Everything I did this month had to be extra cheap, because I spent everything attending the 2004 AMO National in Scottsdale AZ.
In spite not having any free money I got a lot done. I neglected to take photos but I got the shifter installed. It was more of a pain in the ass than I remember from the last time I installed a Hurst shifter... and I had what was allegedly the right mounting kit.
Before I start on making it run, I needed to get the interior assembled. Before I can drive it, I need the seat in. Before the seats goes the carpet; before the carpet, insulation; before that, the shifter goes in; before the the hole in the floor for the shifter.
I had a Hurst Indy shifter (not the best, but all I could find/afford) plus an AMC-specific Mastershift installation kit. A nice big box of parts, but I ended up spending easily 6 hours bending and fitting the pushrods to make it all fit -- crawl under the car, picture/estimate the bends, extract, put in vise, heat with torch, bend, dunk in bucket of water to keep temper (the metal's, not mine, though I eventually needed such a thing), repeat, dozens of times. All those extra parts were a waste!
At the AMO National I worked out that the clutch linkage parts I have are from an earlier car, and won't work. OK, I can deal... so I figured with the shifter in it's time to drop in the driveshaft. WRONG! Front yoke splines are wrong, and the rear cross bearing cups don't fit the yoke in the back. Sheesh!
I got a good fit though; the T14 transmission (from a 1969 Javelin) had a set of bosses for a factory floor mount on the tailshaft housing; this made a solid shifter mount. The shift rods are nice and tight in the transmission hump, and I got the hole sealed very tightly so there will be no noise or heat leaking in.
My 1963 Rambler, though I love it dearly, is extremely noisy and hot. I didn't pay any attention to insulation of any kind. When I built up my Gremlin I'd learned my lesson, and didn't forget it here. This time though, I used REFLECTIX, more or less a quilt of two layers of air bubbles in tough aluminized vinyl, like bubble-wrap inside a space blanket, it's about 3/8" thick.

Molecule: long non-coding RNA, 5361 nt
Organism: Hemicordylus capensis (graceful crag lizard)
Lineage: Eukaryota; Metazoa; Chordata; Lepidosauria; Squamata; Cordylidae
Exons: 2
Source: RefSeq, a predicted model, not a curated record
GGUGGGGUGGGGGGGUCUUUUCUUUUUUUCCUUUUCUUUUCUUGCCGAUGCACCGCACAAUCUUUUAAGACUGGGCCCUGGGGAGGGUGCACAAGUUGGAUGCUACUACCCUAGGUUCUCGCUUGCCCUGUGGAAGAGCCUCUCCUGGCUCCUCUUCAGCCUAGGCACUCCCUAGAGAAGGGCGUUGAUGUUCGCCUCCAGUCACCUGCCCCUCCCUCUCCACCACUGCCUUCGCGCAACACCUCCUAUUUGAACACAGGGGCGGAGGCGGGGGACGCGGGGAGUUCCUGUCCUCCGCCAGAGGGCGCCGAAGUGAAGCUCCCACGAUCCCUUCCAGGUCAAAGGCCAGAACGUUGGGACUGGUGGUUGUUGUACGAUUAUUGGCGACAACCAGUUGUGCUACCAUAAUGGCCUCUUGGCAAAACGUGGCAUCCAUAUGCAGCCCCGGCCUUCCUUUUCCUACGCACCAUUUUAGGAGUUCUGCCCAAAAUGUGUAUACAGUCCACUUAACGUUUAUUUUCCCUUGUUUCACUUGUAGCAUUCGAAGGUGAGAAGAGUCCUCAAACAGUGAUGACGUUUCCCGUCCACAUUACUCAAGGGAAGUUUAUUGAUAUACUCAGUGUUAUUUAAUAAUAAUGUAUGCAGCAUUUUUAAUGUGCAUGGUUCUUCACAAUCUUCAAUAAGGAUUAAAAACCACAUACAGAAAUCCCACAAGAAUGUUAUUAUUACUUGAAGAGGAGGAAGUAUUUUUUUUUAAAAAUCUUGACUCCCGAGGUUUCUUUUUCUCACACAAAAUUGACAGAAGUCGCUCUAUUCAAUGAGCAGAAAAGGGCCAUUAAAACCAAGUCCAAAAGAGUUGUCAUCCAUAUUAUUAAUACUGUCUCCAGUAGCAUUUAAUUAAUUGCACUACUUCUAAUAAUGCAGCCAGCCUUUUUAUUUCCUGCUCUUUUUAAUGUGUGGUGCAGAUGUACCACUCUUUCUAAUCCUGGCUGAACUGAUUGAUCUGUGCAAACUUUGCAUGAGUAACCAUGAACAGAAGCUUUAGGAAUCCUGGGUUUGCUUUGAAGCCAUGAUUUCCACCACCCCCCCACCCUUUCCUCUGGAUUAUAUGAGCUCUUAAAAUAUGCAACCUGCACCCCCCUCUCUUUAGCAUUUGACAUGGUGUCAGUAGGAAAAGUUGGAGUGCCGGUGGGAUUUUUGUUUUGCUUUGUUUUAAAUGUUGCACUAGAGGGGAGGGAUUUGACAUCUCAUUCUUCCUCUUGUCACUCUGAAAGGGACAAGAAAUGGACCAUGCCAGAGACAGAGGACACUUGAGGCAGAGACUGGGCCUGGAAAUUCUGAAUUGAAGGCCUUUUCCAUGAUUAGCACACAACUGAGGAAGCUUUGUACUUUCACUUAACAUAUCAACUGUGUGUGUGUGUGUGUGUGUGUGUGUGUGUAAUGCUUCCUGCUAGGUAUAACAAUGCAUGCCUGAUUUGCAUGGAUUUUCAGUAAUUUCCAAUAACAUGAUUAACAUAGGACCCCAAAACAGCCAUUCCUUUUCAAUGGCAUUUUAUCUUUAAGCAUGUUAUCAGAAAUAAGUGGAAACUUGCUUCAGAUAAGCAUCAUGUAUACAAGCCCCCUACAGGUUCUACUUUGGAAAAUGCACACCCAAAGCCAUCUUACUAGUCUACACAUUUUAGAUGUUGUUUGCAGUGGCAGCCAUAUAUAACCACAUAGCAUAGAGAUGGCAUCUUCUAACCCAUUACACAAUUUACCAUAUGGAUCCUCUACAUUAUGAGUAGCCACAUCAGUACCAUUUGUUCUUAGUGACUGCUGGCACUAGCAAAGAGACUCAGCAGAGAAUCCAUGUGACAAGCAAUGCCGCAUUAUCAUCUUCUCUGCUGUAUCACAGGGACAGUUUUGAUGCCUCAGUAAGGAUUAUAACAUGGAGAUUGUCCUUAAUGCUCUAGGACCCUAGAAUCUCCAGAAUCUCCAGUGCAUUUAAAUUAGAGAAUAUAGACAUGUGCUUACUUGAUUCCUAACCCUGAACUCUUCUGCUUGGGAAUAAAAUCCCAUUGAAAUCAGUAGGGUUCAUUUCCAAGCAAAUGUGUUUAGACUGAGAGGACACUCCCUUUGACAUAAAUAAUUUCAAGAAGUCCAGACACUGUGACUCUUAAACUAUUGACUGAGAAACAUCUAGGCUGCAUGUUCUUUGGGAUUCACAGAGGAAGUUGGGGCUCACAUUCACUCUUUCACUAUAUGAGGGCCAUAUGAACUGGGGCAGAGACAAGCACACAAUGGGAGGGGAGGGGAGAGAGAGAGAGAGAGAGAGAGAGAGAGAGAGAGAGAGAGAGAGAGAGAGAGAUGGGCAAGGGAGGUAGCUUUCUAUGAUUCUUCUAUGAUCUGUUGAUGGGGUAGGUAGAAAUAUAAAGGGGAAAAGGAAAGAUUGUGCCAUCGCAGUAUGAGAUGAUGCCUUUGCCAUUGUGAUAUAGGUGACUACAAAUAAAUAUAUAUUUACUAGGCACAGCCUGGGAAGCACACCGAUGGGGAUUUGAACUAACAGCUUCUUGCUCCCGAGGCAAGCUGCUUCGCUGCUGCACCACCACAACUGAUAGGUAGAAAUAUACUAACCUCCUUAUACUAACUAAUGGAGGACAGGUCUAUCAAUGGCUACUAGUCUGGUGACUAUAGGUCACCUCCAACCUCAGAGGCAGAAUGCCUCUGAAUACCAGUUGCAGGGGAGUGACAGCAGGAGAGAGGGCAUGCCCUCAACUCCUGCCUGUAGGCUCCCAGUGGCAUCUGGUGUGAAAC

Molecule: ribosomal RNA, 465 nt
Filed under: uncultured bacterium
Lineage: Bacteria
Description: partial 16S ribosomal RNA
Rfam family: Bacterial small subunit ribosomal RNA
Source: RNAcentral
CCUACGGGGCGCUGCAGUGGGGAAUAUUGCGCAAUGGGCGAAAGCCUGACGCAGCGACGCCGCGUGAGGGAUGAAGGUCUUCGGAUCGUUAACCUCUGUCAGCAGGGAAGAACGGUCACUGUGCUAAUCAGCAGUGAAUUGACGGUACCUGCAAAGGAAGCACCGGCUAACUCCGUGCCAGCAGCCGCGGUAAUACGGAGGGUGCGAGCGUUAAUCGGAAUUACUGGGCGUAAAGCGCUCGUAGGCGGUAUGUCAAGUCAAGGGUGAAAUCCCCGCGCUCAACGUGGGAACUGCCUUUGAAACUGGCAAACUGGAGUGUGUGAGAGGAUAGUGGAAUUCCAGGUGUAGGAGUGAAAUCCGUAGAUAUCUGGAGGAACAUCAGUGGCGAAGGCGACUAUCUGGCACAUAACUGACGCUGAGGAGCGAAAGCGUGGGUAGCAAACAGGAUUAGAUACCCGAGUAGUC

I climbed into the empty body shell armed with a roll of this stuff on a blazing hot Saturday; needless to say it was broiling inside. I wisely started insulating the roof (headliner); the car immediately cooled off! It's probably not great sound insulation, but it seems reasonably good, panels are audibly dampened. It's really light.
Note that I did not do the very lowest, center, portions of the floor; should the floors get wet, I didn't want to trap water under the REFLECTIX where it would rot out the floor, which happened in my Rambler, which came with jute-backed rubber mats; the floors were rotten though it was a California car with no other serious rust.
With the insulation in, the carpet could go in. I got mine from Alamo AMC, back in June. It fit pretty well; I find auto carpeting pretty frustrating to get right. There's pockets of looseness I'm not sure are the fault of the carpet. I'll keep picking at it.
With the carpet in, the seat tracks, seats, package tray, steering wheel and the dash center section could go in. (A few hours were spent on "trivial" items like brake light switch, a few dangling wires, heater cable and other details.)
I figured I'm on a roll -- time to attack some other interior parts. First, the "C" pillar "sail" panels. Like the rest of AMC interior plastic in this era, they're pretty craptacular, the plastic actually crumbling into dust, a scale on the plastic I wasn't sure how to remove. In frustration, with nothing to lose, I just wire brushed it -- problem solved! Though there's a loss of texture (that cheezy pebbled surface) in a few spots it doesn't actually look bad. I followed a brushing with the rest of the SEM vinyl paint process.
The door panels (and rear-seat side panels) were awful, warped and water-damaged (somehow), the vinyl showing heavy wear. I don't like the 70's styling anyways, so it wasn't much of a loss to me. I cut new panels out of thin masonite, using the old panels, stripped of vinyl, as templates. I've saved everything for fit-checking later. The new scheme will be white and grey vinyl, fairly plain styling, batted. I have to work out how to handle the adjacent-color seam.
Obviously I'll continue with the interior, but the car is ready to roll (literally-speaking) so it is time to start on making it run!